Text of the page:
Wow, well that took longer than expected! 44 days ago I blogged that I had started work on a second version of my Chrome Crawler extension and have only just managed to get it to a state I was happy with enough to release it. To be fair I had been on a trip to New York during that period so perhaps I can be excused. Having said that however I think the time has been well spent and am fairly proud of the result.
Recursive is an experimental tool for visualising the world wide web. Given a URL it downloads the page search for links and then recursively downloads those. The information is then displayed in a node-based graph.
So what’s this all about? Why is it called ‘Recursive’, why not ‘Chrome Crawler 2’?
Although I would like to have called the spiritual successor to ‘Chrome Crawler’, ‘Chrome Crawler 2’ Chrome’s branding guidelines forbid using the Chrome name or logo (they brought this in since the launch of Chrome Crawler 1).
With that in mind I decided that rather bend Chrome Crawler’s name and logo to fit the guidelines I would create a whole new logo, name and app. The app is a total rewrite from the previous iteration anyway so I thought it justified.
According to dictionary.com there is no definition for “Recursive” or “Recurse” but there is one for “Recursion”:
2. the application of a function to its own values to generate an infinite sequence of values.
So a tool that downloads pages, follows the links on that page to download other pages seemed like a rather apt description of something that is “Recursive”.
Before I go much further, I put together this little video demonstrating some of the extensions core functionality:
Installing and upgrading is dead simple thanks to how Google Chrome’s extension system works. Just head over to this link and hit install:
Then to launch it visit any website and hit the little icon in the Omnibox:
How it works
Recursive works by taking in a starting URL which it uses to download the page it points to:
Once that page is downloaded Recursive parses it looking for links and files. If it finds things it thinks are files then it records them against that URL. It then proceeds to visit all the links in turn, downloading the page then parsing the for yet more files and links.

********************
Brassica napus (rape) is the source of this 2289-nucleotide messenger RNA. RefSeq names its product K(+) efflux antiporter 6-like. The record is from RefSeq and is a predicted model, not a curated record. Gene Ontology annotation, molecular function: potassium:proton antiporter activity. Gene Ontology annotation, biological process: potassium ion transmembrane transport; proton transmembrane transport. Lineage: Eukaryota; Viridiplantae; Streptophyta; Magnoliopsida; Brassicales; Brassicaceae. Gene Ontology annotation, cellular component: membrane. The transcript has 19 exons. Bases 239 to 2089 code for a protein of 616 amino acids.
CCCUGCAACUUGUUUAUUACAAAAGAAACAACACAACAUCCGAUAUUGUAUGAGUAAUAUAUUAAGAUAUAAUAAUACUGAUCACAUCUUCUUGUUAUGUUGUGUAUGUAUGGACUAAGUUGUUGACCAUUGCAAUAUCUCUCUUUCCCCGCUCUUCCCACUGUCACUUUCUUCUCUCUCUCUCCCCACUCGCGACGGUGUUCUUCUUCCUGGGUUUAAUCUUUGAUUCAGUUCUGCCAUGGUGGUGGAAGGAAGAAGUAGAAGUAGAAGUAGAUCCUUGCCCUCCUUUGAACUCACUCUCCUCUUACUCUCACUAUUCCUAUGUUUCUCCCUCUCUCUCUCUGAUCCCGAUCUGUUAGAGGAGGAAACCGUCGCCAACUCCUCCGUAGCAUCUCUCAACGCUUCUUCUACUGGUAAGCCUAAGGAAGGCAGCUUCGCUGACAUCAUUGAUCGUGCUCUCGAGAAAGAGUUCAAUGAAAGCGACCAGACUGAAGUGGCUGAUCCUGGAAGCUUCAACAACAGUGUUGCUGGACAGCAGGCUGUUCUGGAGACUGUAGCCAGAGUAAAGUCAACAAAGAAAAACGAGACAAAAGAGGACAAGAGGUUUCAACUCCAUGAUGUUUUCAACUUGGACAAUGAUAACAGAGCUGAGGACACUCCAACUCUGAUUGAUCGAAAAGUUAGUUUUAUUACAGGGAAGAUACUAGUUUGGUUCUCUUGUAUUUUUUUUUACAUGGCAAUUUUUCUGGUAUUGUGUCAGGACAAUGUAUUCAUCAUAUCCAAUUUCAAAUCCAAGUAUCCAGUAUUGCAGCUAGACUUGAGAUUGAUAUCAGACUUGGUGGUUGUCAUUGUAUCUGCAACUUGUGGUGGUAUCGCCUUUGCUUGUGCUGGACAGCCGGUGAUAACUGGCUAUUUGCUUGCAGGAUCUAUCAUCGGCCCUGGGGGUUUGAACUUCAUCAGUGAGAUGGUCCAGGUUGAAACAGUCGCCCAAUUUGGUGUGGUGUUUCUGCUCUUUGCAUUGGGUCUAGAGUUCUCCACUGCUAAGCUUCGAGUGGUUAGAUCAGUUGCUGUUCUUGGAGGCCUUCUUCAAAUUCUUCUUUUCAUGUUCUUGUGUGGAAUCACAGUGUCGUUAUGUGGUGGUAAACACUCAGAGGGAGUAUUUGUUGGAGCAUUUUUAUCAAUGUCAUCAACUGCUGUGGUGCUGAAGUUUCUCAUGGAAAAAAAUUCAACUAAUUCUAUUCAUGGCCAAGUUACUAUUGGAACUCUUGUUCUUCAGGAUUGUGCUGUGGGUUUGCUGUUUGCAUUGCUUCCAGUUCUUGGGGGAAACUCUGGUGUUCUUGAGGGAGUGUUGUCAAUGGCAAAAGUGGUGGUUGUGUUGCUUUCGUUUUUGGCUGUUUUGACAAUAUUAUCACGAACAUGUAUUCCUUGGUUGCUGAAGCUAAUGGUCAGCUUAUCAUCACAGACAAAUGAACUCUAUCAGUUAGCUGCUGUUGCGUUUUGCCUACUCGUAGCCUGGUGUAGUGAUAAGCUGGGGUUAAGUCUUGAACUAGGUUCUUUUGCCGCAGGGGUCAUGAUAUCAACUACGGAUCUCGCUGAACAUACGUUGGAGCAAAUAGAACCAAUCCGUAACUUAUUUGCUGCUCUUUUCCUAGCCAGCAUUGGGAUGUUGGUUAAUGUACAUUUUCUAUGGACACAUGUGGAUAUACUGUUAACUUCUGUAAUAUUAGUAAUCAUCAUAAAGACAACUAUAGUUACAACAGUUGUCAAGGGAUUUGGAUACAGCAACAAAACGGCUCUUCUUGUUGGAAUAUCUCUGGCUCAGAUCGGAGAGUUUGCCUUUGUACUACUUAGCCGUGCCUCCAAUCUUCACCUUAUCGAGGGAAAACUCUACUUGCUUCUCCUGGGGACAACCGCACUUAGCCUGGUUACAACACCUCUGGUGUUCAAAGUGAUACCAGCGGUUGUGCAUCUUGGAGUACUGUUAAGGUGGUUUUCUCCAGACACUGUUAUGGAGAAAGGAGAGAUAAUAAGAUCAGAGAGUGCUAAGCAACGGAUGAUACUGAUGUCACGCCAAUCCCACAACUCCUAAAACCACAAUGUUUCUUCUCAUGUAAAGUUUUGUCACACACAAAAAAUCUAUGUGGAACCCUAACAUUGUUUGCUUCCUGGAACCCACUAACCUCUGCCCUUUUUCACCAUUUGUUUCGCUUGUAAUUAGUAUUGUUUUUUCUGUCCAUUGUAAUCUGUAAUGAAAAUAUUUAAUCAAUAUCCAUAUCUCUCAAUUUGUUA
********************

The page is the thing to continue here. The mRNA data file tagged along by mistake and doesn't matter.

This cycle continues until a certain “depth” is reached which is the maximum number of links away from the starting URL. You can set the maximum depth allowed in the settings:
One of the key improvements of Recursive over Chrome Crawler is the way it visualises the data as it is returned:
Every page is grouped by its domain and is represented by a circular “node”.
So for example “http://mikecann.co.uk/personal-project/tinkering-with-typescript/” would be grouped under the “mikecann.co.uk” domain. Any other pages found while running that match this domain are added as little page icons inside the host node.
Any files that are found on a given page are given an appropriate icon and added to that page’s domain node.
As Recursive downloads pages and follows links it records the path it takes. It then draws lines between the nodes that are linked:
Using the mouse wheel you can zoom in and out to get a better perspective. Click and drag to move about the recursive space. You can also run the app in fullscreen if you so desire.
If you click on a node it tells Recursive to explore that node for one extra level depth.
Right clicking a node opens a menu that lets you either open all the pages contained in that node or view the files for that node.
By using the context menu for a node you can checkout all the files that Recursive found for that node. The files are separated into various categories which you can toggle on or off:
Then if you wish you can download all the files as a zip.
If you would like to read more on recursive, then checkout these posts: